Elementary Mathematics-Science SMILE Meeting
25 April 2000
Notes Prepared by Earl Zwicker
          OUR FINAL MEETING...
                             ...will be May 9, 2000
                                        4:15 p.m.

          Section A: BRING A CALCULATOR!!

          111 LS    A       Barbara Baker        Barbara Baker
          (K-5)             Chandra Price        Chandra Price
                            Mikhail Siddiq       ___________________
                            Marva Anyanwu        ___________________

          153 LS    B       Brian Cagle          ___________________
          (4-8)             Janet Sheard         ___________________
                            __________________   ___________________

                               SEE YOU THERE!!

Henry Heald Lecture
Professor Leon Lederman
Nobel Laureate in Physics and
Chair, Teachers Academy for Mathematics and Science

Monday, 22 May 2000
Perlstein Auditorium [33rd & State, NW Corner]

for a discussion about

The Essential Transition from 19th to 21st Century
High School Science Education

buffet supper 6 pm
discussion 7 pm
RSVP to (312) 567-8820 or parson@iit.edu

Section A:

Virginia O'Brien (Higgins School)
did "For the Birds" - (handout) with us. We each received a small brown bag containing a pine cone, peanut butter, 2 feet of heavy orange yarn, plastic knife, napkin, piece of newspaper. We tied the orange yarn to the large end of the pine cone, used the knife to cover the bottom 2/3 of the pine cone with peanut butter (with the newspaper to keep things clean), then dipped the peanut butter end into a large bowl of birdseed. Simply suspend it from a nearby bush or tree and watch the birds! Included were forms for keeping a Bird Watch Diary, and how to do feather painting, make brown bag nests, and "binoculars" from cardboard tubes. A good combination of hand-skill learning with observation and data taking. Thanks, Virginia!

Lilla Green (Hartigan School)
put us to work on the Skeletal System, Strength of Bones, and two pages of skeleton cut-outs to color, cut, and assemble to display a human skeleton. She explained how her children would cut a skeleton transparency into puzzle pieces and make a challenge to the class to put the skeleton together correctly, learning the names of bones in the process. Materials she placed out on the table were: stick glue, scissors, paper fasteners (for bone joints), 12 inch x 17 inch construction paper (yellow, green, orange), crayons, hole punch. In class, students would examine real bones, some soaked in vinegar (and which would bend!) (handout - Strength of Bones).

Books on display were the following:

Soon we were busy doing the cutting, coloring and joining the paper skeleton bones together. A dynamic learning experience!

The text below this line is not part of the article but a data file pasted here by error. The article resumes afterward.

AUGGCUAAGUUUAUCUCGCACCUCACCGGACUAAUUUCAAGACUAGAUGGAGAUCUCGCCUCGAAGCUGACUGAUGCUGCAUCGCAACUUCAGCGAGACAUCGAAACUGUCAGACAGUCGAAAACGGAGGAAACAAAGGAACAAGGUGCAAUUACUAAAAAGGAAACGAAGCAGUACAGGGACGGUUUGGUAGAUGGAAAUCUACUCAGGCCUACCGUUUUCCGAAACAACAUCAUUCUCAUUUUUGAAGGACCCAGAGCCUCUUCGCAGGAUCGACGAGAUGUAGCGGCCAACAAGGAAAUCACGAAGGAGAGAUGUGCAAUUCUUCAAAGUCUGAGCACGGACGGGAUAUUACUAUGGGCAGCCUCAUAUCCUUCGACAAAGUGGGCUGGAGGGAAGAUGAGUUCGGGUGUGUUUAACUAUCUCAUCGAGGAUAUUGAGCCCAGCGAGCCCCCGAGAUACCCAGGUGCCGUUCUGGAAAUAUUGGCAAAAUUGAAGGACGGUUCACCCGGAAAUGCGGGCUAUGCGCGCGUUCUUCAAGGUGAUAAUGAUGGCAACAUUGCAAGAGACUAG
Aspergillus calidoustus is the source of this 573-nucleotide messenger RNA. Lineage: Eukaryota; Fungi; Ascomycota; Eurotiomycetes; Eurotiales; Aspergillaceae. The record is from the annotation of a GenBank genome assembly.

Erma Lee (Williams School) passed out packs of 74 soda straws to five groups, and challenged us to build the tallest tower. The trick is to find ways to join the straws in a stable way. The winner was about 1 meter high! Great fun, and a way to build cooperative skills and creativity.

NOTE: To remove stickers, tape, labels, gum, etc get this substance:

"Goo Gone" Sticker Lifter.
Magic American Corporation
23700 Mercantile Road
Beechwood OH 44122

Section B:

Carl Martikean (Wallace HS, Gary) asked us, "How many times can you fold a piece of paper into halves?" Well - after making some guesses we got busy doing the experiment to find the practical answer: 7 or maybe 8 times! Why? Because the paper gets too thick to bend. It works with onion skin paper the same way! There are many things that can be learned from this other than the obvious. What are they?

Sally Hill (Clemente HS)
passed out Math Bingo sheets to us, to play the game as couples. The page was divided into a 5x5 grid of rectangles, each containing a specific math expression for a sum, difference, product, fraction, area, percent, etc. Having supplied us with markers, she called out various possible answers to the math questions, like "16" or "3.1416 ... ". If this was one of the correct answers, we would then mark the spot with a green disk. As soon as one of us got a diagonal filled, we called out BINGO! Then we had to go to the board and do the math operations called for in the rectangles on the diagonal. What a great idea!

Lee Slick (Morgan Park HS)
showed us a piece of magnetic strip. Cut it in two, then move one piece over the other. What happens? It jumps! Why? A good way to get students involved with an investigation of magnetism, with non-traditional magnets. If the the top strip is turned over, there is no interaction. Why? Lee also mentioned that it was not a good idea to put these strips too close to computers, computer screens, or diskettes, because they will either destroy data or interfere with the operations. Thanks, Lee.

Kimberly Baker (Fairfield Academy - formerly Marquette East)